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Recommended Data Tiering Approaches for SAP and Native Applications

The dilemma at the heart of a series of recent blog posts on data tiering is familiar to many organizations: how to maximize data value, accessibility, and security while minimizing the costs of storing endlessly accumulating information.

Data tiering (read a comprehensive overview here) offers a straightforward, elegant solution to the increasingly vexing problem of data storage: scale and score data so that it can be stored with the solution that offers the best cost to performance ratio. Frequently accessed, high-value data is categorized as “hot” and stored in-memory on the SAP HANA database. Less frequently accessed “warm” data is stored on a lower-cost storage tier managed as a unified part of the SAP HANA database. And, finally, rarely accessed, low-value data is stored on low-cost storage tiers like disk or Hadoop, which remain accessible at any time.

To manage these different temperature categories of data, SAP customers have a number of different tiering options, dependent on the type of application in use. What follows is an overview of those options for SAP HANA native applications; SAP BW on HANA and SAP BW/4 HANA; and Suite on HANA and SAP S/4 HANA.

Hot Data Tiering

As denoted in the diagram above, all the applications share the same in-memory storage capabilities in SAP HANA for mission-critical data that requires real-time access. Non-volatile memory (NVM), also known as SAP HANA persistent memory (PMEM), adds additional  storage capacity for data held in-memory. PMEM offers lower TCO and faster database start-up time after a shutdown than DRAM, but is not a replacement as DRAM is still required for SAP HANA systems.

Warm Data Tiering

When data becomes less mission critical and moves from hot to warm, native SAP HANA, SAP BW on HANA, and SAP BW/4 HANA offer a common warm storage tier option: the Extension Node, with nearly in-memory performance and full SAP HANA functionality (a previous post offers a detailed exploration of the Extension Node). The SAP BW on HANA modelling tool and SAP BW/4 HANA Data Tiering Optimization (DTO) manage the classification and relocation of data between SAP HANA in-memory and Extension Node.

Native SAP HANA applications have an additional warm data storage option, which offers lower costs and similar performance to the in-memory Extension Node, called Dynamic Tiering. Dynamic Tiering is a disk-store option that is part of the SAP HANA landscape and is accordingly easy to implement and manage but does not support certain SAP HANA capabilities, such as geospatial and time series functions. (Take a closer look at Dynamic Tiering for warm data management).

For native SAP HANA applications, the Data Lifecycle Management (DLM) tool, which is part of the SAP HANA Data Warehousing Foundation (DWF), facilitates warm data tiering by enabling rule-based movement of data between SAP HANA in-memory and Dynamic Tiering or Extension Node.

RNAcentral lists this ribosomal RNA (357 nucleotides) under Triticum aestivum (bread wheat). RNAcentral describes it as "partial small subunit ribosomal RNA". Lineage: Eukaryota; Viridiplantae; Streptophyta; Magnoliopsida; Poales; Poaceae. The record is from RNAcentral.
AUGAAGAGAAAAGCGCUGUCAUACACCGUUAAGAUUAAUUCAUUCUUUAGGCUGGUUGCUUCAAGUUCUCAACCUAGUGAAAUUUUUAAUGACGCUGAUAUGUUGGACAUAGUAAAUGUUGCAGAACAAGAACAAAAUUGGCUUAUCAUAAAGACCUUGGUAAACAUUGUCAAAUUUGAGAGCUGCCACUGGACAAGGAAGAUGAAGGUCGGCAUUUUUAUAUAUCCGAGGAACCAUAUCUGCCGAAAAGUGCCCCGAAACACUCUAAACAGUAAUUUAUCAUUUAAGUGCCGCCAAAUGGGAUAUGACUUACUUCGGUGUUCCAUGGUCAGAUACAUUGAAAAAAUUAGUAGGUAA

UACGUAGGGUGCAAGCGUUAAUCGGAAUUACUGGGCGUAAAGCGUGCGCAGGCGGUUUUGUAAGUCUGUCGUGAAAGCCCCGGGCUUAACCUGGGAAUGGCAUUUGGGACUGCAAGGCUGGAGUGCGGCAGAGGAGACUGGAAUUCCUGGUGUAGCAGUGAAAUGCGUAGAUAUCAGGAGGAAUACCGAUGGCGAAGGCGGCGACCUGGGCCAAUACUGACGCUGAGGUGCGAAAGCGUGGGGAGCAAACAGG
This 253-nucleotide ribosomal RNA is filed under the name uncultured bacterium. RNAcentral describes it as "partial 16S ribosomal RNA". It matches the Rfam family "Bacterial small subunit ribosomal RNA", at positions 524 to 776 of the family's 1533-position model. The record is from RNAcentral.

Suite on HANA and SAP S/4 HANA implement Data Aging for warm data by enabling Paged Attributes within SAP HANA. Paged Attributes are only applicable in the context of Data Aging. For Suite on HANA, Data Aging requires the implementation of aging objects in Suite Applications. Only the documented aging objects listed in the online help section for Suite on HANA or SAP S/4HANA can be moved between SAP HANA in-memory and disk. Periodic aging runs are executed within the Data Aging framework that take into account the data of aging objects paged on disk. During the aging run, all tables of an aging object are partitioned, in a part, with current “hot” data and historical “warm” data. All historical partitions of a table are marked as page-loadable, which means the columns of historical partitions are defined as Paged Attributes.

Paged Attributes offers a targeted warm tier solution, allowing users to load and unload table columns page by page from the SAP HANA persistence layer into memory as needed, avoiding the added burden of loading entire columns of tables at once. Additionally, and even more importantly, Paged Attributes receive a high unload priority from the SAP HANA database: they are paged on disk first when SAP HANA decides to free up memory. (Find out more about Paged Attributes.)

Cold Data Tiering Options

Just as all hot and warm data tier storage is housed on the SAP HANA database, all cold data tier storage exists on external stores, such as SAP IQ, SAP HANA Vora or Hadoop. As we already know from warm data tiering, applications have different SLA requirements and therefore offer their own cold storage tiering approach. And the good news? Cold data tiering tools are mostly the same as what’s used for warm data tiering. (Find an in-depth look at cold data tiering here.)

Native SAP HANA applications use the DLM tool to support Hadoop or cloud storage destinations. DLM facilitates data tiering by enabling a rule-based and seamless movement of data from hot or warm storage to the appropriate cold data store, and vice versa. (Check out this DLM overview or examine DLM in technical detail.)